Westmoreland Conservation District



For 65 years, the Westmoreland Conservation District has been successfully encouraging loggers, earthmovers, developers, farmers, and others whose daily work directly affects our natural resources to voluntarily incorporate conservation practices in their projects, and so protect the quality of the soil, forests, and streams.

The District’s ability to elicit this voluntary care of our natural resources is extremely high, because its approach is personal, often one-on-one, and because the actions it recommends are both proven and practical.


The Westmoreland Conservation District promotes, educates, and implements conservation principles through examples and programs.

We encourage best management practices and voluntary compliance of laws. Our Board of Directors, professionals, and volunteers are committed to the leadership and service required in pursuing a better environment. We use our skills and talents, and the cooperation of our partners, to build a culture of responsible stewardship and sustainability.


The Westmoreland Conservation District was established in 1949, when local farmers, seeking help to conserve their soil and water resources, approached the Westmoreland County Commissioners.

As Westmoreland County has grown and changed in the 65 years since that founding, the District has responded with new programs to help ensure minimal impact on all aspects of the county’s natural wealth – its soils, forests, streams, and open space – as well as its valuable, productive farmland.

During the 1950s and 1960s, the District first expanded its efforts to include the broader-based issues of flood prevention, an inventory of county soils, anti-litter campaigns, and land-use planning.

When the 1970s brought increased urbanization to Westmoreland County, the District added programs to control sediment and manage stormwater. It is one of the few districts in the state to have a hydraulic engineer (PE) on staff.

In the 1980s and 1990s, the District undertook efforts to reduce nonpoint-source pollution, protect groundwater, manage solid waste, beautify highways, and provide quality recreation areas.

Since 2000, the District has focused many of its energies on education and outreach. It established a formal conservation education program, targeted to upper-level students and adults, and created a number of citizens advisory committees to help ensure that the District’s programs and services are relevant to the public’s needs.

The organization also moved into its own building next door to its former location (Donohoe Center). This new location – an 1880s-era barn constructed with conservation technologies, recycled materials, and water-saving landscape practices – not only serves as the District’s headquarters, but also as a practical demonstration of conservation-in-action.  (See “About,” “Our Unique Facility.”)

The organization also completed GreenForge, the first green rehabilitation of a commercial building in Westmoreland County. Located between Donohoe Center and the District’s headquarters, GreenForge exemplifies low-impact design and sustainable development.  Among the building’s many notable features are:  the first green roof in Westmoreland County; the first installation of permeable concrete in Westmoreland County; one of the largest photovoltaic “solar power” installations in Westmoreland County; a geothermal heating and cooling system; native landscaping; and cellulose fiber insulation made of recycled newspapers.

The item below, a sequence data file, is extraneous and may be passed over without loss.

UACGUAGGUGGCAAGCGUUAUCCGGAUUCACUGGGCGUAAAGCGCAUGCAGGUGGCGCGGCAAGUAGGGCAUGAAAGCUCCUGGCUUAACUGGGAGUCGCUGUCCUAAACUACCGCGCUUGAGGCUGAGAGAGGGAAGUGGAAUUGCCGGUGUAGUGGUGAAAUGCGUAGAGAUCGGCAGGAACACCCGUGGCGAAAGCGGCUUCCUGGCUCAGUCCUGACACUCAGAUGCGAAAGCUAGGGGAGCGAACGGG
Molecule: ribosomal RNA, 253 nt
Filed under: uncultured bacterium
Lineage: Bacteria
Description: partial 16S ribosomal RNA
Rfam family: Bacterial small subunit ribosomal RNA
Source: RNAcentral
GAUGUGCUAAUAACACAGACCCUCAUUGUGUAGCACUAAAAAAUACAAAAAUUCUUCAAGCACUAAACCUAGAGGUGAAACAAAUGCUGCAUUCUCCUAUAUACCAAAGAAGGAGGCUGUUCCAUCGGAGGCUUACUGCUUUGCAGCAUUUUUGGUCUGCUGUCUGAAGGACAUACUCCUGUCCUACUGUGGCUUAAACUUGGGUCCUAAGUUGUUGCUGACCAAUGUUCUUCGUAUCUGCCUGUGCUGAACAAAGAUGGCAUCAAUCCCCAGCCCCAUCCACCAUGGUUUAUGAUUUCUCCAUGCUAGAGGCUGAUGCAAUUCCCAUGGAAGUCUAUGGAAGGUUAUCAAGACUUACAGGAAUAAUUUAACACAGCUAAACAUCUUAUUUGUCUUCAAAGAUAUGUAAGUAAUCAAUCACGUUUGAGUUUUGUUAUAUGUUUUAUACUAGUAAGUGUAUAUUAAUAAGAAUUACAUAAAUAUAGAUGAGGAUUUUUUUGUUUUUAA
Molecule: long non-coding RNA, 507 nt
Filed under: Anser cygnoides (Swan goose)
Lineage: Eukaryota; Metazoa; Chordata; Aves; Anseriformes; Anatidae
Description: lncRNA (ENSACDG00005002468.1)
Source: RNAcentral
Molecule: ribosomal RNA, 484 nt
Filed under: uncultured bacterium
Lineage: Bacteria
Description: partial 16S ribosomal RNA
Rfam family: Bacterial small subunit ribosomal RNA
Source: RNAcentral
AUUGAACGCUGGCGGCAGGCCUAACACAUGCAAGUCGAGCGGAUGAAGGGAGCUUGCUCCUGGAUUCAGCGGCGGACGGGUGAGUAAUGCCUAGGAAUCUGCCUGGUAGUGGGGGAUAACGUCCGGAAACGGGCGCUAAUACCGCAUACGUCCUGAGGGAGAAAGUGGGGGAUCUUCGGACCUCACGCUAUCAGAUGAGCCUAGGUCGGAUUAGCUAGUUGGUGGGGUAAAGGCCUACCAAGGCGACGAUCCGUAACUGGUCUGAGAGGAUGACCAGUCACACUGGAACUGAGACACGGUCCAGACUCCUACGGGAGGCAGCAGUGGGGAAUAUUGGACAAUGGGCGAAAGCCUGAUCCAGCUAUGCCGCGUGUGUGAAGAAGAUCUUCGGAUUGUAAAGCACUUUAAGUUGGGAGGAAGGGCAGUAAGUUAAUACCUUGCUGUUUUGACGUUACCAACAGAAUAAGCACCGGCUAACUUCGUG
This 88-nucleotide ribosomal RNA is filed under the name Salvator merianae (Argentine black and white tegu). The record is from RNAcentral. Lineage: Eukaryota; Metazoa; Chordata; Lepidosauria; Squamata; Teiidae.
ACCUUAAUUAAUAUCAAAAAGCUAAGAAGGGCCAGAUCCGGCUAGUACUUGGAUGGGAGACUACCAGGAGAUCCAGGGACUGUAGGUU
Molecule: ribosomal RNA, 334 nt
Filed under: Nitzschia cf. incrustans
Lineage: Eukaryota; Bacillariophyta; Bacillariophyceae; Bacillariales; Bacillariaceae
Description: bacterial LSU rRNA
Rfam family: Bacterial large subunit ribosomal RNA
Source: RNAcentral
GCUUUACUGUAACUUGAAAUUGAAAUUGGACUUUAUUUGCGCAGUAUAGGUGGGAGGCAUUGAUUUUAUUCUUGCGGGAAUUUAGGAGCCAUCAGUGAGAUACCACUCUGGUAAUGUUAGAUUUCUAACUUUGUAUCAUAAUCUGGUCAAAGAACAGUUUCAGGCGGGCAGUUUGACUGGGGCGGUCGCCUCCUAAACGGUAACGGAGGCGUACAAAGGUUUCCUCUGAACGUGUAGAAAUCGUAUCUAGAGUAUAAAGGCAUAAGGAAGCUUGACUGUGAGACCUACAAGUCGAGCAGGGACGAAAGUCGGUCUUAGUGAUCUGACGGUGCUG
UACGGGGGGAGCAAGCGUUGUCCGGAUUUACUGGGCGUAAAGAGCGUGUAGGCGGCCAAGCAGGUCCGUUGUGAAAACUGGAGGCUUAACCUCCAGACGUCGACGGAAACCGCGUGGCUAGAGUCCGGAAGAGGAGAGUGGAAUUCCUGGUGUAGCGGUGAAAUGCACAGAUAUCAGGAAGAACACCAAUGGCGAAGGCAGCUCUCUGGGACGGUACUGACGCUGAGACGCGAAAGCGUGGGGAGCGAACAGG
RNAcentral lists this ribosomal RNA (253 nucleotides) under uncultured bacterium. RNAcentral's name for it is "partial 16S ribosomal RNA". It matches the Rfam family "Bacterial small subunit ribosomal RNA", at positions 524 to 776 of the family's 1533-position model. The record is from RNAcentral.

In day-to-day use, GreenForge provides low-cost office space for grassroots conservation, agricultural, and rural development organizations.

Looking Ahead

Stormwater Management Services — In recent years, demand for the District’s technical help in the area of stormwater management began to grow exponentially, to the point where this is now the organization’s fastest growing service area.

Demand for stormwater services is coming from old and new communities alike, which share the same challenge of finding more effective, less polluting, and less expensive ways to manage rain and melting snow and ice.

In growing communities, the need is spurred by land development that exchanges open space for the hard, impervious surfaces of driveways, parking lots, and building roofs.  In older, urban areas, the catalyst is the limited capacity and age of the storm sewer infrastructure.

Residential development alone has been adding an additional 41 million gallons of stormwater runoff annually in Westmoreland County in recent years, increasing pressure on our infrastructure, swelling small streams, and carrying a growing load of pesticides, road salts, pet waste, and other pollutants into our waterways.  This increased stormwater runoff has created a variety of serious challenges for our communities — frequent flooding, expensive repairs of aging storm sewer systems, and compromised water quality.

Our organizational challenge is to find an efficient and fiscally responsible way increase our capacity to meet the demand for stormwater services.

Shale Gas Development — The onset of drilling for Marcellus Shale natural gas in western Pennsylvania presents an opportunity for the District to encourage the same kind of voluntary conservation practices in this industry as we do in agriculture, forestry, and others…and to help achieve a  balance between the need to extract this natural resource and the need to limit the impact of that extraction on other natural resources.

We have been talking with the gas industry and other potential partners about a way to make conservation best-management practices on drill sites a routine part of gas extraction.



The Westmoreland Conservation District is located in an historic, 1880’s bank barn that has been adapted with a variety of energy-saving and conservation materials.